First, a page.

IMHO – what an amazing graphic!
For good or bad – or better yet, for good and bad, the dam had given way, the Salarian gate had been breached, the counterculture waxed and the old order waned.
Do you want to know what 1966 was for me?
I am humbled, flattered. If you insist….
I was 15, living in Bryn Mawr, Pennsylvania. In early 1966 I was in 9th grade – Third (III) Form. In the fall I was in 10th grade -Fourth (IV) Form.
My culture: Batman on television.
My father was commuting to New York for work. He got home well after 7 most nights. We usually had late dinner (meat, starch, vegetable, dessert) in the dining room (pull out the chair for my mother – may I please be excused?) after he got home but during the Batman run my sister and I were allowed to eat in the study and watch Batman.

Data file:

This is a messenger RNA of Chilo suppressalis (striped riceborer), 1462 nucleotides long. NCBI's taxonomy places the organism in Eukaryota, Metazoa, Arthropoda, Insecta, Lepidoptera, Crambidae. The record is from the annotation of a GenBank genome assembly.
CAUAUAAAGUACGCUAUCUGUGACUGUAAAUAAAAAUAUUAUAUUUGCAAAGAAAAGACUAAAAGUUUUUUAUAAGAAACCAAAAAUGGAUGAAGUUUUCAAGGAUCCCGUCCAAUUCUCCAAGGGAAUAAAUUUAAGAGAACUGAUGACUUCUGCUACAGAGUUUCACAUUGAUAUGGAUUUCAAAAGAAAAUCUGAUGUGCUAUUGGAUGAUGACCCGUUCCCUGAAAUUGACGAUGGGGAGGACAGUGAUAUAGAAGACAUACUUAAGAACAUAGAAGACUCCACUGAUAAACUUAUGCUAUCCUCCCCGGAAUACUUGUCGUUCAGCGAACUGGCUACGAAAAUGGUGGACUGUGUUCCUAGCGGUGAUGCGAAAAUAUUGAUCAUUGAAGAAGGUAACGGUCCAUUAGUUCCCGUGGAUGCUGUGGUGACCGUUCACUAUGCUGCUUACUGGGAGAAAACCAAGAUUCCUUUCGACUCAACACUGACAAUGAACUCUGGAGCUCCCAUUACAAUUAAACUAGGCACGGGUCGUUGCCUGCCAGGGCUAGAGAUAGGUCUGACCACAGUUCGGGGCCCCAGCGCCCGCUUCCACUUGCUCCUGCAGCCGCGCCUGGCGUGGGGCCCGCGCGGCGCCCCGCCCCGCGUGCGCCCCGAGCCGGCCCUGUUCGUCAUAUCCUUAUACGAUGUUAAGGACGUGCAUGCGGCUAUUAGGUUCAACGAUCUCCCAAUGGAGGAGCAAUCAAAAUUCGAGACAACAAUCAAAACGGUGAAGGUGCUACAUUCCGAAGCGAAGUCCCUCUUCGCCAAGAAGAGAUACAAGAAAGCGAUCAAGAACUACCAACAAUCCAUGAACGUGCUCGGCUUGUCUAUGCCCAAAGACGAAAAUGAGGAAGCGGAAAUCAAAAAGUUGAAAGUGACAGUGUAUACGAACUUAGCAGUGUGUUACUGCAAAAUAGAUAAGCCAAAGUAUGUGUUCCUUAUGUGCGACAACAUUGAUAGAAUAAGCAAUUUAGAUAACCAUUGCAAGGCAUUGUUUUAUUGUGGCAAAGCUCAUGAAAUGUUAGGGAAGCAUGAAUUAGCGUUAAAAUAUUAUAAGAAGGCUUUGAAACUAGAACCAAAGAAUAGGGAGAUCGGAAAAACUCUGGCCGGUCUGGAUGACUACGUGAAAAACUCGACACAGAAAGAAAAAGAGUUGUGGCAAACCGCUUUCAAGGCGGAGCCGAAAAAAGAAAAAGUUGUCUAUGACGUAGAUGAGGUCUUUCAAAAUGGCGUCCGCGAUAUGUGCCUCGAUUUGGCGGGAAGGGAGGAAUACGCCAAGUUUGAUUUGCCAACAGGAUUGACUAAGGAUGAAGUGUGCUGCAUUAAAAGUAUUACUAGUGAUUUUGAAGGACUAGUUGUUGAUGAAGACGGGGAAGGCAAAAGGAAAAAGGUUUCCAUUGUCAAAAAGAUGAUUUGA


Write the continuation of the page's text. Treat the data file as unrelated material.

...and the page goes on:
We had enjoyed the same dinner-in-the-study before my father got home to watch Shindig!, which bought the farm in early 1966.
The Monkees started in the fall of 1966.
I remember the first time I heard “Last Train to Clarksville.”
I was in my familys 1963 Ford Country Sedan in South Bristol, Maine. I thought it was a new Beatles song. I think that is what I was supposed to think. (P.S. I wrecked the car in 1969. I spun out on the Schuylkill Expressway on my way to work at the Ladybug warehouse.)
I confess – I really liked the Monkees. No shame in my game. I liked them.
As a family, we watched four shows each week sitting together.
On Friday nights we watched Hogan’s Heroes and the Wild Will West. Hoagan’s Heroes was the funniest show ever made about hilarity in a Nazi P.O.W. camp.